I talk honestly and openly about my experiences with mental illness, fibromyalgia, and chronic fatigue syndrome through the lens of feminism, fat acceptance and process theology. I also do recipe and book reviews. My mission is to spread the message that hope is always real for a better life, despite living in a world that is often very harsh.

Thursday, January 21, 2016

Fine Tuning Our Self-Awareness

It is more useful to be aware of a single shortcoming in ourselves than it is to be aware of a thousand in somebody else.  ~ His Holiness the 14th Dalai Lama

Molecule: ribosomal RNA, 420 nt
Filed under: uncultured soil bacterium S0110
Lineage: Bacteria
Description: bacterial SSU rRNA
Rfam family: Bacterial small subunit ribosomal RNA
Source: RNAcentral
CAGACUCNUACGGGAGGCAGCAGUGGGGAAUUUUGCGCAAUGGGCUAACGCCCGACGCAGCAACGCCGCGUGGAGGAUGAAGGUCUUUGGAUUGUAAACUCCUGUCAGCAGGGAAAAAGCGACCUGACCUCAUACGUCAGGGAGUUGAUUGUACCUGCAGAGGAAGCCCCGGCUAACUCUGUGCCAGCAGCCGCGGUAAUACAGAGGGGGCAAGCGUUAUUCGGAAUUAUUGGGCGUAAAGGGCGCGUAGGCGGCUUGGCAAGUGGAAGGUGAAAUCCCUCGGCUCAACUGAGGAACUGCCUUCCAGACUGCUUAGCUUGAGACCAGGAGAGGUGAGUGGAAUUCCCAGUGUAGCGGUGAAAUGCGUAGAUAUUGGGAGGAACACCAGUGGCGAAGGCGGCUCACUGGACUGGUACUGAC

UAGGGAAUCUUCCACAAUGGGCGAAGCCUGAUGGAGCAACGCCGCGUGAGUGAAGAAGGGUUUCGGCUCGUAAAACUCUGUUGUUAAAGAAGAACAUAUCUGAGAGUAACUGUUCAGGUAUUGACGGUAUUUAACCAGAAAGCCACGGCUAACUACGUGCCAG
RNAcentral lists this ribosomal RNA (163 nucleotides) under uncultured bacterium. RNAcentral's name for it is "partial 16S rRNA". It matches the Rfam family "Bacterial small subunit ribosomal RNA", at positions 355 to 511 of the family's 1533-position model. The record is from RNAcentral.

I am loving this new format!  Here are two excepts from conversations I had on a recovery social media site.  I am posting my words only and I'm not going to provide a link or to give more details for confidentiality reasons.  The first is responding to a post about being triggered and urges to self-harm.  The second time was responding to a post I had started about the difficulty of self-care when being physically sick. 

No matter how well we are, there is always going to be the potential to be triggered and to want to respond in self-destructive ways. When I can recognize that though and be able to stop myself and do something else... That's really pretty cool.  I think recovery is about fine tuning our self-awareness but getting to where we are not intimidated by it.   In other words:
Recovery is about fine tuning our self-awareness but not living in fear.